CINCINNATI — The outside world has lost faith in Andy Dalton the playoff quarterback, but that’s not the case inside the walls of the Bengals offices at Paul Brown Stadium. And Sunday afternoon, when the quarterback reached a six-year, $115-million deal with the team (“It’s done,” Dalton texted coach Marvin Lewis), the head coach had a sigh of relief instead of a feeling of dread that many Cincinnati fans who don’t trust Dalton had when the news broke today.
“We never wavered in our support for Andy,” coach Marvin Lewis said today. “I never wavered. [Owner] Mike Brown never wavered. Quarterback is Mike’s position, and he loves Andy. Andy’s our guy, and will be.”
I asked Lewis about how Dalton will be able to tune out the noise from fans and analysts who think he’s a pedestrian player who crumbles in the playoffs. “He’s got strong enough makeup to understand that’s part of it,” said Lewis. “His maturity and intelligence is such that he can handle that stuff.”
The contract is structured in a way that makes it a pay-as-you-go deal, similar to the nearly year-by-year contract his 2011 draft buddy Colin Kaepernick signed in San Francisco. Dalton is guaranteed $17 million; the contract’s base value, according to The NFL Network, is $96 million over six years, with incentives boosting it to a potential $115 million. The Bengals can walk away with minimal financial penalty after any year of the deal.
The signing is controversial, of course, because the quarterback’s career is A Tale of Two Daltons. He’s one of only three QBs ever to win at least 30 games in his first three seasons. But he’s crashed and burned in three straight Wild Card games: 31-10 at Houston in 2011, 19-13 at Houston in 2012, and 27-10 in a particularly disastrous three-interception home game against San Diego last January. Charting Dalton in the regular season versus postseason shows why so many Bengals fans were against paying him big money:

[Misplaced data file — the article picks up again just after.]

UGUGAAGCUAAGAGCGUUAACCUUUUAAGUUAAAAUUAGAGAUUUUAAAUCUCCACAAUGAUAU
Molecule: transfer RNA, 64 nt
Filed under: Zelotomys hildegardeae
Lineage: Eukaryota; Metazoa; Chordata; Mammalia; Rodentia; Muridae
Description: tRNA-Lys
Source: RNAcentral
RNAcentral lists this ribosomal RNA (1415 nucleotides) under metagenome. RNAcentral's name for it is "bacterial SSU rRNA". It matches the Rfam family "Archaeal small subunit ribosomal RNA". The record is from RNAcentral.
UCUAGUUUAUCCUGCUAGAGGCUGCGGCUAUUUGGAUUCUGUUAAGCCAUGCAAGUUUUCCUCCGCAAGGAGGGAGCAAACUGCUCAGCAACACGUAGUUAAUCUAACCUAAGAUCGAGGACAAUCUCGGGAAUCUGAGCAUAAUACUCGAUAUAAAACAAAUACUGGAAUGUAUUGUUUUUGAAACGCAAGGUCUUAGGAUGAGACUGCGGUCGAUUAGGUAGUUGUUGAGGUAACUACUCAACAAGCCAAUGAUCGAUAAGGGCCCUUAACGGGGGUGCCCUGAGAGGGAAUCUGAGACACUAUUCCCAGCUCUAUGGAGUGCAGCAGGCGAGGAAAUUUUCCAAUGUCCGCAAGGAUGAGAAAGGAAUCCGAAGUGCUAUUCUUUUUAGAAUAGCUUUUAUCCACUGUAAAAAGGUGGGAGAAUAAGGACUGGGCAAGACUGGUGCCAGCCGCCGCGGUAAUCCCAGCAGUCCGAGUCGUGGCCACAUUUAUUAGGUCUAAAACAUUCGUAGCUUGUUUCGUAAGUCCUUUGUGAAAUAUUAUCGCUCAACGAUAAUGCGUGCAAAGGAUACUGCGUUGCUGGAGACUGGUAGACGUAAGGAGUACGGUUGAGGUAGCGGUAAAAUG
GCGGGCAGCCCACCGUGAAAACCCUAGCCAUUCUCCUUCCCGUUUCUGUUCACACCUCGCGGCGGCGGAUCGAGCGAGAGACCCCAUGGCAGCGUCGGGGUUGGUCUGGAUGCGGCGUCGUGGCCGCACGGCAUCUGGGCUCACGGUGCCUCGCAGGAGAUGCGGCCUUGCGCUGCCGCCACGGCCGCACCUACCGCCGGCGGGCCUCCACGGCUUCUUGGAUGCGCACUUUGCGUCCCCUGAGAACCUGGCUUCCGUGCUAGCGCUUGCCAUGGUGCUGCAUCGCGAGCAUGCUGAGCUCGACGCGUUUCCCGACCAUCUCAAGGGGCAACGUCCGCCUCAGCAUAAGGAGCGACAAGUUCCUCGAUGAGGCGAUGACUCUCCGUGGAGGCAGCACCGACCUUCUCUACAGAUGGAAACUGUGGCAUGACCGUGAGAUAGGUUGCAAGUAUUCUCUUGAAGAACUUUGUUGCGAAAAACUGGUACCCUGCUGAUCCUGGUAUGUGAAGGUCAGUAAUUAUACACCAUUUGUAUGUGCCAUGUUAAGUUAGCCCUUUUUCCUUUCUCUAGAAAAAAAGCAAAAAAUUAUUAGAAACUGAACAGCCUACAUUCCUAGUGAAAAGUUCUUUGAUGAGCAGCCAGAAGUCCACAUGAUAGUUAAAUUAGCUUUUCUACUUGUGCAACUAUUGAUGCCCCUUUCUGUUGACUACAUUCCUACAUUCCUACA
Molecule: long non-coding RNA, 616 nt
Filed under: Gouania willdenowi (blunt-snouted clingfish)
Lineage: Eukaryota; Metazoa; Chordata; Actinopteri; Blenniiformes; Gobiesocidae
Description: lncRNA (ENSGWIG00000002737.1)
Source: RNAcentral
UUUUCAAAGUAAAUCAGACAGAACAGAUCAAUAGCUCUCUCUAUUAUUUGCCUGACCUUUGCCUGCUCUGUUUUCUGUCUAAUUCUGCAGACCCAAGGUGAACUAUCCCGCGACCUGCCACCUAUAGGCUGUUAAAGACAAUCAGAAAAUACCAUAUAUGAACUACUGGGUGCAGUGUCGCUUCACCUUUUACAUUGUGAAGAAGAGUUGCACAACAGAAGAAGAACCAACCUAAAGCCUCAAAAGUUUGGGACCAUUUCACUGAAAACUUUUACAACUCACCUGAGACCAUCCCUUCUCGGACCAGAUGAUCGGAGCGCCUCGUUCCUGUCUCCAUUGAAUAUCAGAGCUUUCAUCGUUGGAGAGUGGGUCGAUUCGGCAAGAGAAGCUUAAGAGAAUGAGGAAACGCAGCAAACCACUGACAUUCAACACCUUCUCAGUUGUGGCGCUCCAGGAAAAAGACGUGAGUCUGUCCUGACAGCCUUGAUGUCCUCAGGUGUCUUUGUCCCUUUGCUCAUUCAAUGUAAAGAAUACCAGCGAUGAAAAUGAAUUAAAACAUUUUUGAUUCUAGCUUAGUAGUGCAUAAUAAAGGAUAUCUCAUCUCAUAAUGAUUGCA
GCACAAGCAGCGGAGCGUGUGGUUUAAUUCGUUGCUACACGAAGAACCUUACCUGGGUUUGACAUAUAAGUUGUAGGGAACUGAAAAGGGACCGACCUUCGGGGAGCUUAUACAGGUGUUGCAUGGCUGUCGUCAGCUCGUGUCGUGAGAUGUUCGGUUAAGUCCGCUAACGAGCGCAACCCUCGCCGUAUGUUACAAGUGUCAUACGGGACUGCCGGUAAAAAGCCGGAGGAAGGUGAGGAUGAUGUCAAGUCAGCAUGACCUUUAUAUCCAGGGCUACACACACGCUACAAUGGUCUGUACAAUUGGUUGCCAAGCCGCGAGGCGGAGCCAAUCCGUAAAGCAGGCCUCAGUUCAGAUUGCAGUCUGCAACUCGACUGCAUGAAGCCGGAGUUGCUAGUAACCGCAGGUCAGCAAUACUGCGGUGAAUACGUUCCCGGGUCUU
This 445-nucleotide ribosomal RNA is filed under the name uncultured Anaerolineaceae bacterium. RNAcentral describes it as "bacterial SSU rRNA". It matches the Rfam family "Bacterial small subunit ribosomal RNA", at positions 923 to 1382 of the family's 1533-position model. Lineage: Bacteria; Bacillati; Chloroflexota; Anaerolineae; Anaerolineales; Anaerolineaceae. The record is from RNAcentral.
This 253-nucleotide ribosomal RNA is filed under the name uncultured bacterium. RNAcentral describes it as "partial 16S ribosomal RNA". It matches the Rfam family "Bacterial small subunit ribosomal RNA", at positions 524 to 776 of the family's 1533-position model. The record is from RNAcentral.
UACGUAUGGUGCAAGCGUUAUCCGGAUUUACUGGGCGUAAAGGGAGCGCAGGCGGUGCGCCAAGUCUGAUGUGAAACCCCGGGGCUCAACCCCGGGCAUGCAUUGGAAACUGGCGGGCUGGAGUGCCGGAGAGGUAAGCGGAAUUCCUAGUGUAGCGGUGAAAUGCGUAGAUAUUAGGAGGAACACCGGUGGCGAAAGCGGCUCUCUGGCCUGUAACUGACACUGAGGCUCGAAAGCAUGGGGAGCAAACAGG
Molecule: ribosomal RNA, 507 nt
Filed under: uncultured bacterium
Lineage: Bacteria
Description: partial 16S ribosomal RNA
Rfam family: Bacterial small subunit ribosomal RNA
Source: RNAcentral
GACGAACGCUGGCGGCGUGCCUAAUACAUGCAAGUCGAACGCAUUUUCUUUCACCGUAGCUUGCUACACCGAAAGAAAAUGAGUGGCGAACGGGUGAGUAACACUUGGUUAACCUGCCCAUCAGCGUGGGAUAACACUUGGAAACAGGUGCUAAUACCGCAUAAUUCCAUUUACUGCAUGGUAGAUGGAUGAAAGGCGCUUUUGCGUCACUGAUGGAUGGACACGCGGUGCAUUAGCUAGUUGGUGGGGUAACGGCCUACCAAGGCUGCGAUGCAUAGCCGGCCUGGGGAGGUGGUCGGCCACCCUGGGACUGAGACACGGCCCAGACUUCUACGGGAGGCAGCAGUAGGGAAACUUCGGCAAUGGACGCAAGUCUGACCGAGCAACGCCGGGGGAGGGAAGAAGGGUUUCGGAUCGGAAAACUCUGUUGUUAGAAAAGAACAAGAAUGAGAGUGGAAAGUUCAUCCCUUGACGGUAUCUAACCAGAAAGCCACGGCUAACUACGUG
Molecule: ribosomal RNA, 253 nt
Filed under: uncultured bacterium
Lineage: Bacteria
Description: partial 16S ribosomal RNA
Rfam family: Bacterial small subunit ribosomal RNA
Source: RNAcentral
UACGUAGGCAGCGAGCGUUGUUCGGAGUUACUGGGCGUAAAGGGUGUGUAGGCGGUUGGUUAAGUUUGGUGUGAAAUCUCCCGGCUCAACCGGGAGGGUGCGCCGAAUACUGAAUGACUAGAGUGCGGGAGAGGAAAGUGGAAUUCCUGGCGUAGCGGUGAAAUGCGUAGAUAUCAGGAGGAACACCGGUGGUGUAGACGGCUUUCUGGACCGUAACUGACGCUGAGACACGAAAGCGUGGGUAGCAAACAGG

Dalton told me after his news conference today that he knows he has to play better in the playoffs. “But I knew the contract would get done, because everyone here wanted it to get done—Marvin, Mr. Brown, me, everyone in the organization. I appreciate the confidence they’ve shown in me.”
That confidence surprises those outside the organization. And I was surprised by something Lewis said to me today: “From the day we worked him out at TCU [in spring 2011], he has never disappointed me.” I am sorry. I can’t believe Lewis wasn’t disappointed by Dalton’s play in the second half against San Diego.
“He’s played well, and then we’ve lost in the playoffs,” Lewis said. “The important thing, we all lost in the playoffs. Last season, we fumbled to cost us early, then the quarterback fumbled, and then quarterback threw an interception, and in the second half, the defense couldn’t stop [San Diego] on third down. I think it’s on us, all of us, and not just the quarterback.”
Said receiver A.J. Green: “He gets too much crap for … us not winning the playoff games, but we all put a hand in that.”
That has been the coach’s constant theme, and several players repeated it here. So Lewis’s mantra around the team is working. But Dalton deserves more than just a little blame for the playoff losses. His reaction to pressure, particularly in the second half against San Diego, was terrible. If he and new offensive coordinator Hue Jackson can’t fix that, Dalton’s contract won’t look so good, no matter how many regular-season games he wins.
Last point: The Bengals didn’t want the Dalton deal to hang over their season. They didn’t want to risk him being franchised at the end of the year if he had a good year and his contract was up and the team decided to keep him; by then the price would be higher. But on the flip side, if the Bengals have a poor year and Dalton struggles, his market in free-agency could be weak, and the Bengals could have gotten a bargain. It was clear entering a walk year in 2014 (or at least the NFL’s version of a walk year, in which players are tethered to a team with the franchise tag) that the Bengals didn’t want to risk Dalton not being under contract for the long term. With all quarterbacks in the competent-and-above area getting $17 million to $23 million a year, Dalton’s deal is outlandish, yet understandable.